The citizens’ committee for a new office of public accountability in Los Angeles will name a ratepayer advocate soon for the L.A. Department of Water and Power. L.A. City Council members have delayed efforts to raise rates until that watchdog is selected. Leaders of the DWP say that's harmed funding for programs including energy efficiency.
Publicly owned utilities must, by law, regularly report their energy efficiency to the state Energy Commission. They don’t always do that on time. DWP’s senior assistant general manager for sustainability, Lorraine Paskett, told DWP's board the utility missed its last deadline.
"I’m frustrated that we’re a year late, but we are where we are and we’re not alone," she said.
At a hearing of the board of water and power commissioners last month, Paskett said the DWP is also missing its state-mandated goal for energy efficiency. California requires utilities to cut consumption 10 percent over 10 years. Paskett said that because the DWP is short on money, she’s not comfortable setting a goal beyond an 8.5 percent reduction over a decade.
"Our situation is compounded by the budget and rate situation," Paskett said. "Our programs, the complexity of what’s offered, don’t match up to the rest, because of the funding constraints and the staffing constraints."
Water and power commissioners voted, with frustration, to support Paskett’s plan. But they said they also wanted to do better. Commissioner Richard Moss told Paskett he thought commercial energy efficiency programs were hard to find and complicated to apply for.
"We really need to streamline these things to make them user friendly," said Moss. "I’ve not used some of the programs available that I’m aware of because I just didn’t want to go through the hassle of doing the work to qualify for the program."
Paskett says the DWP has less than a billion dollars guaranteed for energy efficiency programs in the next three years. That’s a third of what big investor-owned utilities spend. The Natural Resources Defense Council’s Kristin Eberhard says money’s been tight for a while. As a result, the utility's been spending more to get less.
"Unfortunately because their budget keeps getting cut...they have to stop the programs, or pull the programs back or curtail them," said Eberhard. "And so they never take advantage of that economy of scale of really like pushing forward. They have to like keep restarting and restarting. So their estimated costs are twice as high as other estimated utilities."
The DWP has paid for efficiency programs piecemeal, using federal recovery act money and revenue from the energy cost adjustment factor – a pot of money meant to cover volatility costs in fossil fuel markets. Eberhard says that’s a problem – even as she argues that money’s not the root of DWP’s problems.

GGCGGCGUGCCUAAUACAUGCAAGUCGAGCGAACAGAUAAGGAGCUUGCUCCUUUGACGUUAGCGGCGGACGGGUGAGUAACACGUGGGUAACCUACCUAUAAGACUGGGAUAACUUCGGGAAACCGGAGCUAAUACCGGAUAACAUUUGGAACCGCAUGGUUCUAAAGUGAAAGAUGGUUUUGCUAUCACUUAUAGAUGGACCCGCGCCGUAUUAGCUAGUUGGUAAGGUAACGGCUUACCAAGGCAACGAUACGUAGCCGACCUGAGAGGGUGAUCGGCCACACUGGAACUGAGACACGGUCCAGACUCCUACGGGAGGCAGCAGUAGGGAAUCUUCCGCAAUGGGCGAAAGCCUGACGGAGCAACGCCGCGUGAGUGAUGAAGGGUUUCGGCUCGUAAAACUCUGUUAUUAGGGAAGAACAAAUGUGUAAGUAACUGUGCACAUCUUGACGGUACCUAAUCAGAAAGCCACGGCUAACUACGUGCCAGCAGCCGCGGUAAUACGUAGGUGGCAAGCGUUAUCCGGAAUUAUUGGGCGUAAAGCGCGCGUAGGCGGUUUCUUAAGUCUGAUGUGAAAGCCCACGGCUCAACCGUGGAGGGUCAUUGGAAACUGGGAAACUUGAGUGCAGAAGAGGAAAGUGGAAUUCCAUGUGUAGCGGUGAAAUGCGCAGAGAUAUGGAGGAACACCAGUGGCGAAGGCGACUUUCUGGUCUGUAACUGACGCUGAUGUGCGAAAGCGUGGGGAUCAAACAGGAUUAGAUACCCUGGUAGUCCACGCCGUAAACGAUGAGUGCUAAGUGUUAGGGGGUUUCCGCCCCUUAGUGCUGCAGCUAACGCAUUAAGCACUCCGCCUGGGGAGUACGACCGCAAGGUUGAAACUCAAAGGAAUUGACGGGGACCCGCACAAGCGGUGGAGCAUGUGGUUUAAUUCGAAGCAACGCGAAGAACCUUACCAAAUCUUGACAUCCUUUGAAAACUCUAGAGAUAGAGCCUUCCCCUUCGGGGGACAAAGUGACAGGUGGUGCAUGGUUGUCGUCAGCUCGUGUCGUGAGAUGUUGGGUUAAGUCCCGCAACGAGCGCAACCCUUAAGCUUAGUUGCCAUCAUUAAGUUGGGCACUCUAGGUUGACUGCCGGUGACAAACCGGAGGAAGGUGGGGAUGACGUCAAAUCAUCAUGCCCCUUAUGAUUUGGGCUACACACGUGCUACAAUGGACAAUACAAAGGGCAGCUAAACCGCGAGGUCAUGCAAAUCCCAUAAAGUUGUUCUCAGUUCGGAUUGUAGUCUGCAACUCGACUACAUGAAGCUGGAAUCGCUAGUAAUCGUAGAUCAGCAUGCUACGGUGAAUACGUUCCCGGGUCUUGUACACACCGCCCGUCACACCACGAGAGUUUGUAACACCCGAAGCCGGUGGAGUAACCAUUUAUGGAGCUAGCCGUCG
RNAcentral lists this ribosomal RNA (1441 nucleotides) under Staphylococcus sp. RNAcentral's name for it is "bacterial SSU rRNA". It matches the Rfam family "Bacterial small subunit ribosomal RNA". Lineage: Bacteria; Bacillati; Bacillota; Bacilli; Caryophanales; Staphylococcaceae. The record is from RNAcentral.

Eberhard argues that LADWP hasn't integrated energy efficiency well with other departments.
"They are first looking at, what’s the power plant that we can turn on and off. Well, now do we have any money left over to do energy efficiency," she says. "So because it’s last, when budgets are tight, as they are right now, because LADWP hasn’t been able to get a rate increase because the ratepayer advocate has not been appointed…When budgets are tight, energy efficiency ends up being first thing to go rather than the first thing that they get."
Efficiency measures are the cheapest energy, she says: less than 3 cents a kilowatt, against around 4 for coal, 10 cents for natural gas. Renewables, in the short run, are the most expensive energy of all. General Manager Ron Nichols says their cost is one of several good incentives to improve energy efficiency.
"We’re not doing what we should be doing for the size, for the position we hold in the industry, for those things that are most cost effective to help us meet renewable energy requirements and to meet state policies as well as our own," Nichols told the board.
The DWP knows it’s being watched, and what the utility does about energy efficiency may matter to the whole state, says Ed Vine, an expert in energy efficiency programs at Lawrence Berkeley National Lab.
Vine says that since California’s energy crisis, some efficiency programs aim to transform the marketplace, not just switch out old light bulbs. DWP's size makes it a big part of that marketplace, Vine says.
"So, changing the vision: instead of what we can save now, let’s say in the long run, how can we change the market so that the market becomes more energy efficient," he says.
It’s sort of all short run for Los Angeles these days. Its city council won’t approve more cash for the DWP without a ratepayer advocate to comb through the utility’s rate proposal.